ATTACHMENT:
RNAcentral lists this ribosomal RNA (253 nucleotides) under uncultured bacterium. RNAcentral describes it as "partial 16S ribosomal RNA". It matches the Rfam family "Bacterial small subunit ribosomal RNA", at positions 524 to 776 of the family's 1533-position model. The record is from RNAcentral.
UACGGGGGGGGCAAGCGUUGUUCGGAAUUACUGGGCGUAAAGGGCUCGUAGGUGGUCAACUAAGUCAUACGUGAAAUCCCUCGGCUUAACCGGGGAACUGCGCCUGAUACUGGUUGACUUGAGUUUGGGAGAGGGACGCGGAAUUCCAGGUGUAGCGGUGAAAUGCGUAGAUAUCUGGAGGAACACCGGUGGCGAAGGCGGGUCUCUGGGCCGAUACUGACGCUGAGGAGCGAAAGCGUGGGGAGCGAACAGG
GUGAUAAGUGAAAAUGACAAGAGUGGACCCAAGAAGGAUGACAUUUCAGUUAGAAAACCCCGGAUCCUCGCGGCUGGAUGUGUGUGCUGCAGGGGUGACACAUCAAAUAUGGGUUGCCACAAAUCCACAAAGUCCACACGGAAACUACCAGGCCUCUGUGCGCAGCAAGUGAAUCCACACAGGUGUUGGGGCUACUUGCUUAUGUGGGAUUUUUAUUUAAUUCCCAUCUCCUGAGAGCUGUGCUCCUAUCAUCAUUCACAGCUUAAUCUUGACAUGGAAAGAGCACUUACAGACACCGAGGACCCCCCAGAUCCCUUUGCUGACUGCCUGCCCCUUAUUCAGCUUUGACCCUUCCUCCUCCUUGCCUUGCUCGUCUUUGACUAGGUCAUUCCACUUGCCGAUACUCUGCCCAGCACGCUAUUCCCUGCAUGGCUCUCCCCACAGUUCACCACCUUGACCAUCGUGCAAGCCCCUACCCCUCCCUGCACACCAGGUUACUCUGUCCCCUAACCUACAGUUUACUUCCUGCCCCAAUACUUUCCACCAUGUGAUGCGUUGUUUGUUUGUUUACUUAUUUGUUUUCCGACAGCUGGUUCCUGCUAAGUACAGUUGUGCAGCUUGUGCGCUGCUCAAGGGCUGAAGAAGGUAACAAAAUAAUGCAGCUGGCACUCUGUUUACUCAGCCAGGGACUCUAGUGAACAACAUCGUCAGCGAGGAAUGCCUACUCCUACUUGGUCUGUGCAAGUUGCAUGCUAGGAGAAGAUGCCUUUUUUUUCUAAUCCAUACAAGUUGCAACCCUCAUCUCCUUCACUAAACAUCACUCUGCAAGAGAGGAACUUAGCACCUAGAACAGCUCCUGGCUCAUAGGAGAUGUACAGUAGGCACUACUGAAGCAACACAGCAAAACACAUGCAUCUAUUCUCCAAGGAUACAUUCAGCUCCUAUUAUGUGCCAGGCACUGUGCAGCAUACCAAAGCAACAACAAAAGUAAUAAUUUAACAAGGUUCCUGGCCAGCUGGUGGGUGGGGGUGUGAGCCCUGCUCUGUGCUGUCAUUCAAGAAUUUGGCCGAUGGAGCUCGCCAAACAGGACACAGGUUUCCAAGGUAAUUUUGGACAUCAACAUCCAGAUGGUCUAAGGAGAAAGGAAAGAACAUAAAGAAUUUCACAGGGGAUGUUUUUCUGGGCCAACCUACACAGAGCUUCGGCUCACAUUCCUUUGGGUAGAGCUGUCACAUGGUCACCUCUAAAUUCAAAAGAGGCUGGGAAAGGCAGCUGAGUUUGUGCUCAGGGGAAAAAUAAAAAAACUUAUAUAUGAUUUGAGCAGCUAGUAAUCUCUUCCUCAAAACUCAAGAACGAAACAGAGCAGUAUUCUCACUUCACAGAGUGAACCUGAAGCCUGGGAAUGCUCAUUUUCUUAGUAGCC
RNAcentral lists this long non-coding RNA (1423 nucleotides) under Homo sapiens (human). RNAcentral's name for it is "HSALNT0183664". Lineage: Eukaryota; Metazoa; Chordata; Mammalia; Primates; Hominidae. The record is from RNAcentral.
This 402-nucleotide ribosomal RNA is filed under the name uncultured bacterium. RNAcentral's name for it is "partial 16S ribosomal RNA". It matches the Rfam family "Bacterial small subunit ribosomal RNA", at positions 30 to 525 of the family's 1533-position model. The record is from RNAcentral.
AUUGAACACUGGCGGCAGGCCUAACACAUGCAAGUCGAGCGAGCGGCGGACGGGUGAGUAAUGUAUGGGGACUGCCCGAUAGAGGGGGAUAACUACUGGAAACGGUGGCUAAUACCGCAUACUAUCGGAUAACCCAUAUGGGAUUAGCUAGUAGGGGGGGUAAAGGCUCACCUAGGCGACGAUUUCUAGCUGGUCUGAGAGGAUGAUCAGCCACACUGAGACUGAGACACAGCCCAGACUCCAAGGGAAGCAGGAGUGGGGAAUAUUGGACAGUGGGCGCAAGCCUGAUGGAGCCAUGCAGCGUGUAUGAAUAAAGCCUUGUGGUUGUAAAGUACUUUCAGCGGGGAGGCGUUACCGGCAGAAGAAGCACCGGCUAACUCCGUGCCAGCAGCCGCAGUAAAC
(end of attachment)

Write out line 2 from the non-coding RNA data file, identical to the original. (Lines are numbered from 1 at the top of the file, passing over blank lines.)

UACGGGGGGGGCAAGCGUUGUUCGGAAUUACUGGGCGUAAAGGGCUCGUAGGUGGUCAACUAAGUCAUACGUGAAAUCCCUCGGCUUAACCGGGGAACUGCGCCUGAUACUGGUUGACUUGAGUUUGGGAGAGGGACGCGGAAUUCCAGGUGUAGCGGUGAAAUGCGUAGAUAUCUGGAGGAACACCGGUGGCGAAGGCGGGUCUCUGGGCCGAUACUGACGCUGAGGAGCGAAAGCGUGGGGAGCGAACAGG